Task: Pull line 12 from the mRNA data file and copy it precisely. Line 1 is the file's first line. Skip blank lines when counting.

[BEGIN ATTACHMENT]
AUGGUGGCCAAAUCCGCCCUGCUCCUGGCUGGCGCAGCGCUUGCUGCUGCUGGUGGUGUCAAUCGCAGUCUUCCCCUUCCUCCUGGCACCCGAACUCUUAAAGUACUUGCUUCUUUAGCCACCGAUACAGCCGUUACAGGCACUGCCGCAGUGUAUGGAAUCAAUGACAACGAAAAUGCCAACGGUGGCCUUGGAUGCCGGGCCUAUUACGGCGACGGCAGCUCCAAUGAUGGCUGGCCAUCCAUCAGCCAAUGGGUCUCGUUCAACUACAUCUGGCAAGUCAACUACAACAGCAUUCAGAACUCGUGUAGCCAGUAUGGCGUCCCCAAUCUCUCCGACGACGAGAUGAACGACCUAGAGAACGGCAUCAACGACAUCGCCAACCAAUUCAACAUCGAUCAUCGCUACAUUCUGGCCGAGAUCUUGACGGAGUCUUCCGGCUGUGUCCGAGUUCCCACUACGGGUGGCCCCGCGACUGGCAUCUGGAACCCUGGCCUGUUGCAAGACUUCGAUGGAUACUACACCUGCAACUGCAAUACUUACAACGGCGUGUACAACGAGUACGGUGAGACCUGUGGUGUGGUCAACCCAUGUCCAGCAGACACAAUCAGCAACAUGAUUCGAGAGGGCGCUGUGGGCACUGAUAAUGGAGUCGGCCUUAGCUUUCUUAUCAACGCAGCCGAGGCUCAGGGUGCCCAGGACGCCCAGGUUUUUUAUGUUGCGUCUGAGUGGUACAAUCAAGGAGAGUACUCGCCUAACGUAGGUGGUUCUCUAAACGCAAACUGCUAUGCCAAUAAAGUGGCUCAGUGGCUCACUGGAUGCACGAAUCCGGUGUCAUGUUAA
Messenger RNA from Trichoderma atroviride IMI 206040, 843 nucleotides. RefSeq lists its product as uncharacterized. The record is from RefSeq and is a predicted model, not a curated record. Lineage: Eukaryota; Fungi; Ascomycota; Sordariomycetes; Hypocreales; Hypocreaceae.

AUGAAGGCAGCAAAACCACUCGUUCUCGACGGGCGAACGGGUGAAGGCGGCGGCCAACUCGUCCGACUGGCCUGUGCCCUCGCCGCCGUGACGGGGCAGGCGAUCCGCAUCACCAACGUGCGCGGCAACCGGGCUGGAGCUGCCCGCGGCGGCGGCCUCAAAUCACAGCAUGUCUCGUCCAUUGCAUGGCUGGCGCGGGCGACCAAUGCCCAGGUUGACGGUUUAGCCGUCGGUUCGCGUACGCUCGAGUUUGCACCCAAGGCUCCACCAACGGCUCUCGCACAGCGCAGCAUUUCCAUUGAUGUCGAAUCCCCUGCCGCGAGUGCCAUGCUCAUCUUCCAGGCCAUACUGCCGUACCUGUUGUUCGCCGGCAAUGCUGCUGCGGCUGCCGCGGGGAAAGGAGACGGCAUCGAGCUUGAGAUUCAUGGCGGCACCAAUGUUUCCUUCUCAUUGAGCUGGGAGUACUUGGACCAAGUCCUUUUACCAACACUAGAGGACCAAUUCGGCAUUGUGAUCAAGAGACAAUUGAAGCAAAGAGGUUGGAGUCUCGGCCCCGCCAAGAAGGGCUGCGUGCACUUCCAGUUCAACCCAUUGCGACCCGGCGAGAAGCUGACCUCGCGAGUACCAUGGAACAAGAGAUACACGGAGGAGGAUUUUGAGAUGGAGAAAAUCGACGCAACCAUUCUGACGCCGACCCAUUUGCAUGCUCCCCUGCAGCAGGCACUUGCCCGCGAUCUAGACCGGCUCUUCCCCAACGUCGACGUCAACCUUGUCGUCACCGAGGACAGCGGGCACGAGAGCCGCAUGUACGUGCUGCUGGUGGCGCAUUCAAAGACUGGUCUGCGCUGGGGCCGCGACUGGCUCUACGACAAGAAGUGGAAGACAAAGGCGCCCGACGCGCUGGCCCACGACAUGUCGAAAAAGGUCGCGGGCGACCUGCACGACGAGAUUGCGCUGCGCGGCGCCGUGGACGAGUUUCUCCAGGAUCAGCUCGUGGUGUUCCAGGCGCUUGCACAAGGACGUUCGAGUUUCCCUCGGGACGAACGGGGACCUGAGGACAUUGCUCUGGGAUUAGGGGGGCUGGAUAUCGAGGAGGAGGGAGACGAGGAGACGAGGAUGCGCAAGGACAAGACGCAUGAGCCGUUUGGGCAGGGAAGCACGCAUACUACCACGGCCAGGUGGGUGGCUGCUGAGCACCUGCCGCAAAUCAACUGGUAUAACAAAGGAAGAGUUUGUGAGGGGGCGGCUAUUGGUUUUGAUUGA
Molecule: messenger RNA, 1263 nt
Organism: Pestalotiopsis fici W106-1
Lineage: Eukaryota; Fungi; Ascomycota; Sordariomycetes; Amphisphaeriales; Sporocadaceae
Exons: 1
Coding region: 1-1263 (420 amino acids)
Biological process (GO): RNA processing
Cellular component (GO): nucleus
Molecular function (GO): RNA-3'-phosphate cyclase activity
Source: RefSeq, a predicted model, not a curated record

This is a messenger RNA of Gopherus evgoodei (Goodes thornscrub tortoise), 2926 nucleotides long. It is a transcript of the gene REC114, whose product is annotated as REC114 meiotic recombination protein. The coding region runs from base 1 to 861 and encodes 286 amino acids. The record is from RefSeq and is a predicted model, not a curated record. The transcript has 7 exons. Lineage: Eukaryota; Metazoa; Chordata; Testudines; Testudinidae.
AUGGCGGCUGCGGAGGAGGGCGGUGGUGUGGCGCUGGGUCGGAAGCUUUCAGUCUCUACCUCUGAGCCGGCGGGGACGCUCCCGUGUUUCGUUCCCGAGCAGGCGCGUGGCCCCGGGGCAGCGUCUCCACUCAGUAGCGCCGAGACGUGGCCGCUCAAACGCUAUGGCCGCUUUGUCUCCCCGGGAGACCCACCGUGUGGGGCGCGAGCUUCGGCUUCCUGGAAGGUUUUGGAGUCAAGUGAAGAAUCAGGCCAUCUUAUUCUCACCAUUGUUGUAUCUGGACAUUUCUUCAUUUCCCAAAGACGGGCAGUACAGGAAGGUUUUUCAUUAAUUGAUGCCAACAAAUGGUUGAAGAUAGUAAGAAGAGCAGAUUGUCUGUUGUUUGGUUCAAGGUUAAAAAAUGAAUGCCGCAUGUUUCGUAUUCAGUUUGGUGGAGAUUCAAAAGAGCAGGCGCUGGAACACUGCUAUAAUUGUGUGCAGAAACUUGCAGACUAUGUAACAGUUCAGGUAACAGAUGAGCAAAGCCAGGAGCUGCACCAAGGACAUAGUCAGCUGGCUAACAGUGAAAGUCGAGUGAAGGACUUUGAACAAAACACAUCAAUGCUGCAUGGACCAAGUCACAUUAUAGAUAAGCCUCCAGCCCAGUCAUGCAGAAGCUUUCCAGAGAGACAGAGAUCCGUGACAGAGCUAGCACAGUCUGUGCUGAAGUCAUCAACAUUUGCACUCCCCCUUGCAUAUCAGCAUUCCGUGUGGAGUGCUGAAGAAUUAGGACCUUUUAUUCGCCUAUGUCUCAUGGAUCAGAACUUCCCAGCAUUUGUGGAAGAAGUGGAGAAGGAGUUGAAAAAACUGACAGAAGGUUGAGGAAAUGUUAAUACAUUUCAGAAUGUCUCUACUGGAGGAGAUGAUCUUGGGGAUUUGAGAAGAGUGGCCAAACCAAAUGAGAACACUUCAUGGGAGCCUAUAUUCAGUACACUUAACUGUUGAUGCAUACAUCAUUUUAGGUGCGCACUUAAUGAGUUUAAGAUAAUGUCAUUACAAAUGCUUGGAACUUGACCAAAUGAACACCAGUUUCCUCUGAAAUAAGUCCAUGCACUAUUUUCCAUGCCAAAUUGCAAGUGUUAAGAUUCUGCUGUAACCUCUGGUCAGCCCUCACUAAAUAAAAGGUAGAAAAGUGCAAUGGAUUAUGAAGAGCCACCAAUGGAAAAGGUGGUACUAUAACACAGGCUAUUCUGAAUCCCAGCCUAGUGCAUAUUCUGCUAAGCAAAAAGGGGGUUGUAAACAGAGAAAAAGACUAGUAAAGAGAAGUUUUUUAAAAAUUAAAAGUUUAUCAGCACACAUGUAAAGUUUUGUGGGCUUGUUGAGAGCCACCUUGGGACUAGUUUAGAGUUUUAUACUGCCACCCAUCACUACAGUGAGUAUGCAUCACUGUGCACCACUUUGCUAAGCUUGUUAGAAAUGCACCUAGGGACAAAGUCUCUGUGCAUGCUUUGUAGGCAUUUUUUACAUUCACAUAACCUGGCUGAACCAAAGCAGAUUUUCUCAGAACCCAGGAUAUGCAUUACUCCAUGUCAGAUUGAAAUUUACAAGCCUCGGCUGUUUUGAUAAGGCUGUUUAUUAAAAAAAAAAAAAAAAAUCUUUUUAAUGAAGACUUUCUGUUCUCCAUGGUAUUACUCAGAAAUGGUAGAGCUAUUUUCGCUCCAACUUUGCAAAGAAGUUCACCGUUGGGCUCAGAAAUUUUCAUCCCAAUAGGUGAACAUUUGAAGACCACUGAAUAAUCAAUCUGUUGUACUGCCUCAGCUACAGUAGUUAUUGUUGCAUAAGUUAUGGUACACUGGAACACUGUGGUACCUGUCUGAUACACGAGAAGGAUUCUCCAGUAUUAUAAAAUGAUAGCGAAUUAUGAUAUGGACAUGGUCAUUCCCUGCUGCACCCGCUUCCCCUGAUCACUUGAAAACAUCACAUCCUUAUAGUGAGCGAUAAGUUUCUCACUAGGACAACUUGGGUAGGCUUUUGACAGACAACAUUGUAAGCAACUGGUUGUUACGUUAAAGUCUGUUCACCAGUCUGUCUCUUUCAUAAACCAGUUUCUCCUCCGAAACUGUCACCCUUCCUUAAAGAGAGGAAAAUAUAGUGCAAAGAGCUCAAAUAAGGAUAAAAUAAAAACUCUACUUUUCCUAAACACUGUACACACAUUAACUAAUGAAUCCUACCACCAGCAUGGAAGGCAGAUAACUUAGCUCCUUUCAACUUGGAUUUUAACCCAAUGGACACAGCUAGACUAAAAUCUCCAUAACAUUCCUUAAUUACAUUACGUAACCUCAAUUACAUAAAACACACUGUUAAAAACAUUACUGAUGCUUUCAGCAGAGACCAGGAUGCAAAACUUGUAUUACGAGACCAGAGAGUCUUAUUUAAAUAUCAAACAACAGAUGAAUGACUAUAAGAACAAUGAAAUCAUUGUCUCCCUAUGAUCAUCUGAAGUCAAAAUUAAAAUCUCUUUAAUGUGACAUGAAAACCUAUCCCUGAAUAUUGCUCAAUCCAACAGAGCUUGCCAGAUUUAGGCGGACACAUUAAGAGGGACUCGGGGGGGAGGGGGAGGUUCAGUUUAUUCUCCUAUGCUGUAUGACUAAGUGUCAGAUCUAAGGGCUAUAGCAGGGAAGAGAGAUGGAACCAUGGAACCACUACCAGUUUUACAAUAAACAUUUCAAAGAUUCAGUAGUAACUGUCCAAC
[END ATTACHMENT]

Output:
Source: RefSeq, a predicted model, not a curated record